ISMG's Greatest Hits: Top Cybersecurity Stories of 2021From Ransomware to Log4j, a Compilation of Stories, Podcasts and Expert Analysis
This past year has been a whirlwind for cybersecurity leaders. From watching the developments of late 2020's unprecedented SolarWinds cyberattack unfold in the New Year to ending with the Log4j vulnerability saga, 2021 has been another record year for information security - and the speed of news developments will not abate any time soon.
Here is a compilation of some of 2021's must-read stories - categorized by breaking news events, ransomware analysis, best video interviews and cybersecurity predictions for 2022.
Global Breaking News Events
Information security news made many headlines this year, crossing into most mainstream news outlets.
In the United States, the Biden administration responded to the rise in ransomware attacks - including Kaseya, Colonial Pipeline and other attacks on critical infrastructure - showing a growing government focus on security defense in the United States. The U.S. and the world are also grappling with how cryptocurrency will play into the future of finance. How will these new laws and regulations in the cyber sphere affect the security industry in the New Year?
From a global perspective, there were many other major events that affected the security world: the Conti ransomware attack on Ireland's healthcare system, India's government rollout of the Citizen Financial Cyber Fraud Reporting and Management System and the U.K. grappling with data privacy and protection laws, among many other events that had a cybersecurity impact.
Is there a major news event that ISMG covered in your region that has not made this list? Share it with us on social media through Twitter (@ISMG_News) or LinkedIn (Information Security Media Group - ISMG).
A zero-day vulnerability detected in the Java logging library Apache Log4j can result in full server takeover and leaves countless applications vulnerable, according to security researchers, who say that the easily exploitable flaw was first detected in the popular game Minecraft. Experts are predicting the effects of Log4j could affect the security industry for years to come (see: Log4j Updates: Flaw Challenges Global Security Leaders).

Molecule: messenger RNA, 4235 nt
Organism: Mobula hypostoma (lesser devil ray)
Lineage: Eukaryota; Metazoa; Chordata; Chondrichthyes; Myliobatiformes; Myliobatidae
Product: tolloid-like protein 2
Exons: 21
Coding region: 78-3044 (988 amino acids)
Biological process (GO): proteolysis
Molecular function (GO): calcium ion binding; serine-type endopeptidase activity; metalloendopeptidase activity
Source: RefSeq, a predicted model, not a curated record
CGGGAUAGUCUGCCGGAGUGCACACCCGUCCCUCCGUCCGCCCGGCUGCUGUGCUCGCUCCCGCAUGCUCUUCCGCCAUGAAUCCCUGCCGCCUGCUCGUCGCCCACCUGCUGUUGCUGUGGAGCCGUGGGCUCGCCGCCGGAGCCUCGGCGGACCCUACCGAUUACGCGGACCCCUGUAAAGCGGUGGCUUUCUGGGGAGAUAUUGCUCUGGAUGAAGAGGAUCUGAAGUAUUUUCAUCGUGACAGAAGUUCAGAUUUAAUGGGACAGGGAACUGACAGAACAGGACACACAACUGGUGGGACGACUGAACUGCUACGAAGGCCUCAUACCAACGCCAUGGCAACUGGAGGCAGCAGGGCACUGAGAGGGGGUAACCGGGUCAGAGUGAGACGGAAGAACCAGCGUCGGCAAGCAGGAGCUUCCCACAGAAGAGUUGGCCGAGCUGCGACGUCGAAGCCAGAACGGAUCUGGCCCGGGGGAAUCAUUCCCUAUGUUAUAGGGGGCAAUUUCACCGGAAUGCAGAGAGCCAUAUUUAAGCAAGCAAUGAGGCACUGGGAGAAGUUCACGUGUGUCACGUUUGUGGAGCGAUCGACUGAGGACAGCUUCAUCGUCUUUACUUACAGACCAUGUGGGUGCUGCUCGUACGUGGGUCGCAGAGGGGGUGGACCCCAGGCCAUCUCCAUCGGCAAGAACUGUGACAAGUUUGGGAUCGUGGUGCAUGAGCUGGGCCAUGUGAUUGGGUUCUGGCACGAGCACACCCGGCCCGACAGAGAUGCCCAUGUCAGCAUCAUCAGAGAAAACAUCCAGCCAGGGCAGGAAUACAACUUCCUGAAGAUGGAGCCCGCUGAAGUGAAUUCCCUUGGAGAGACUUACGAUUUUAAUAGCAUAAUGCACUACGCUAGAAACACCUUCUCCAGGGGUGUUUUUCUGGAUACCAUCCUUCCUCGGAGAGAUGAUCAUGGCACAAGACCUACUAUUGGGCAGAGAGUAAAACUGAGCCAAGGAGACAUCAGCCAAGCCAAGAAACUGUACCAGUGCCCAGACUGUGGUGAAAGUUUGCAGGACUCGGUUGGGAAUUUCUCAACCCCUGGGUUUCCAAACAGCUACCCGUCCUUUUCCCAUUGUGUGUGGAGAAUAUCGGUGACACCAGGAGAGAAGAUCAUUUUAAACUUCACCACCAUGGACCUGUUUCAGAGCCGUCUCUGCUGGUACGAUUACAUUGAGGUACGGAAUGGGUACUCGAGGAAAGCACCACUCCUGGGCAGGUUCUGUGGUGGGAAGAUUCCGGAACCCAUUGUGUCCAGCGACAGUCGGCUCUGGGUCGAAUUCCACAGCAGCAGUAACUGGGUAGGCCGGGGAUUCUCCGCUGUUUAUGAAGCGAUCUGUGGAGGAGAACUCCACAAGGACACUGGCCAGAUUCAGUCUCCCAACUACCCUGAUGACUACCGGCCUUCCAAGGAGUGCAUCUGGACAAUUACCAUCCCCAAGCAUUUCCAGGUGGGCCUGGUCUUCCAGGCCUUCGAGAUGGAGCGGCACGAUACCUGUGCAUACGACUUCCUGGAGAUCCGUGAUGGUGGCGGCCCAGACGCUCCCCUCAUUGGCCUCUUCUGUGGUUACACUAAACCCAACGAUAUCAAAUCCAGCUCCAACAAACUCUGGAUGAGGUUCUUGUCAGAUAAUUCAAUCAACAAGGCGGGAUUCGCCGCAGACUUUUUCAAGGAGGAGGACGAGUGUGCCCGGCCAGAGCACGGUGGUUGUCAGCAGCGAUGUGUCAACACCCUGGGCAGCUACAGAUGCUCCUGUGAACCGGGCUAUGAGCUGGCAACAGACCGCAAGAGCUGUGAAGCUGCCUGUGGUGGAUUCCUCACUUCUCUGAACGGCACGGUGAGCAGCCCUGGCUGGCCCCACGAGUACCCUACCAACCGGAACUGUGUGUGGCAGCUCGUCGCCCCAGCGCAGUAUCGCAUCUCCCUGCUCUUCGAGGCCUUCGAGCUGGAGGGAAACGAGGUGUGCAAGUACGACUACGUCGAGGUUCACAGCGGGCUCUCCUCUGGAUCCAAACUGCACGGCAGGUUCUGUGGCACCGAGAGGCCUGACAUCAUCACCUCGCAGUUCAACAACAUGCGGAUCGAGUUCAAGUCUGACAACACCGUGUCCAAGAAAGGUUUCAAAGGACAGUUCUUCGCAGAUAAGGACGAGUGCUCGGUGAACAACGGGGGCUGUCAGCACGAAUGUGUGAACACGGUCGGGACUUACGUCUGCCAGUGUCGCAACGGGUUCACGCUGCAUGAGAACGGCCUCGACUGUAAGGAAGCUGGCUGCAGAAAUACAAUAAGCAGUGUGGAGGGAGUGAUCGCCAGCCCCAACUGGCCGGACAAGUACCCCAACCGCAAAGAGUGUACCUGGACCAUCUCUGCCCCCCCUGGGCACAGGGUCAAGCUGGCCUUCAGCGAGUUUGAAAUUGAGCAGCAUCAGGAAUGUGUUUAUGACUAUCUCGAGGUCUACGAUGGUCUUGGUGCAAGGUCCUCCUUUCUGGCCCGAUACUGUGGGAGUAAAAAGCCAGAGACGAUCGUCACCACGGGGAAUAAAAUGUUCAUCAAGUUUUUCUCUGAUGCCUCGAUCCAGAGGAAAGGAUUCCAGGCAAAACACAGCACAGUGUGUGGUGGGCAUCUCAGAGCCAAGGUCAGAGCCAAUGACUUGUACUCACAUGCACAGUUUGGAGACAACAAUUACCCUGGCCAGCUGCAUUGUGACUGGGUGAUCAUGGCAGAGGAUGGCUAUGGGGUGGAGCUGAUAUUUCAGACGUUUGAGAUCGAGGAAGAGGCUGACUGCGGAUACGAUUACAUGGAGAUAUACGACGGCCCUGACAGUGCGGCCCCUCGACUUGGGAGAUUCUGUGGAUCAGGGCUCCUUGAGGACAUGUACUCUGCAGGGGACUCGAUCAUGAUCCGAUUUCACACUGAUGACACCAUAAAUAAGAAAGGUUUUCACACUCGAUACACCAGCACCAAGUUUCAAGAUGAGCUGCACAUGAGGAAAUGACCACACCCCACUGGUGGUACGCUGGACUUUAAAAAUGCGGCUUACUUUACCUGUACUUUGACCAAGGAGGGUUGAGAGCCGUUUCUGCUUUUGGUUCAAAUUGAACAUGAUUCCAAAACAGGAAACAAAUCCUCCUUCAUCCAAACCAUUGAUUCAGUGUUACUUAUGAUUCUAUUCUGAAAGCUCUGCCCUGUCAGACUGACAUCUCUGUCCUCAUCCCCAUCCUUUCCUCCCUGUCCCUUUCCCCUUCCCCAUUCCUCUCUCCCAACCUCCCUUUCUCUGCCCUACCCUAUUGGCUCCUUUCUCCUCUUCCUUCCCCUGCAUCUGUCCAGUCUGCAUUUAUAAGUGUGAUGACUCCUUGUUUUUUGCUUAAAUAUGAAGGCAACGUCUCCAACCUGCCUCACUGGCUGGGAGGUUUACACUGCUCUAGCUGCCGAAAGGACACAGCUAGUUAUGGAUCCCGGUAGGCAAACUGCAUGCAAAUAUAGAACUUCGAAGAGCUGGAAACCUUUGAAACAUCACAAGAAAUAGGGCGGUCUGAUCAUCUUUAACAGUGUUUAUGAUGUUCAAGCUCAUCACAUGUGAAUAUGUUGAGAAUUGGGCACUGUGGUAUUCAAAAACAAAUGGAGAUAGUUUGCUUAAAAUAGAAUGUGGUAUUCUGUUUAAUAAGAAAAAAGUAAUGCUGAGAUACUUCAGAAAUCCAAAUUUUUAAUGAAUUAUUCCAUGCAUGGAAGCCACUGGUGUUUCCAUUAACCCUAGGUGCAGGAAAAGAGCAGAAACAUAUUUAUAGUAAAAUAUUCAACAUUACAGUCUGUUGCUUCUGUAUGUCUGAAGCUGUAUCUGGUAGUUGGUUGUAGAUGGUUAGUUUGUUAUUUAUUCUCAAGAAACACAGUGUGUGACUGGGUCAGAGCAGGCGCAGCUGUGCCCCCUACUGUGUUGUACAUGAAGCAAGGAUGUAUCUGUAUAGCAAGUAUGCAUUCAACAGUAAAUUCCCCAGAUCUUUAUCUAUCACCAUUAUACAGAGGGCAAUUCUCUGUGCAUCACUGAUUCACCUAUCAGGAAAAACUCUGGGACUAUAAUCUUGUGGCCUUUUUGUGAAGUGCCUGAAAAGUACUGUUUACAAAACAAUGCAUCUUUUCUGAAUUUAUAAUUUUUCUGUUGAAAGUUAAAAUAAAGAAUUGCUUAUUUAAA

In May, a ransomware attack against Colonial Pipeline drove the company to shut down more than 5,000 miles of pipeline for a week, and shaped the way security leaders discussed this topic for the rest of the year. The Biden administration revealed early on that the attack had been carried out using the DarkSide strain of ransomware and prompted Congress to put ransomware regulations front and center. Colonial Pipeline CEO Joseph Blount was severely criticized for his handling of the attack, including paying a ransom - although the FBI later recovered most of it - and Congress questioned what he could have done better to handle the country's critical pipeline networks.
Like Colonial Pipeline and SolarWinds, the ransomware attack involving Kaseya's remote-management software - widely used by managed service providers - marked a major turning point in how security practitioners viewed security best practices, as well as preparation and mitigation strategies. Mark Loman of Sophos said the incident, involving attackers using Kaseya's software to directly push ransomware onto systems managed by MSPs, was the largest such attack he had ever witnessed. Thousands of organizations worldwide were reportedly affected.
The SolarWinds attack first came to light in December 2020 and new developments about this major cyberattack lasted well into 2021. In January, the ISMG Security Report described new details emerging from the SolarWinds supply chain hack investigation (see: Severe SolarWinds Hacking: 250 Organizations Hit?).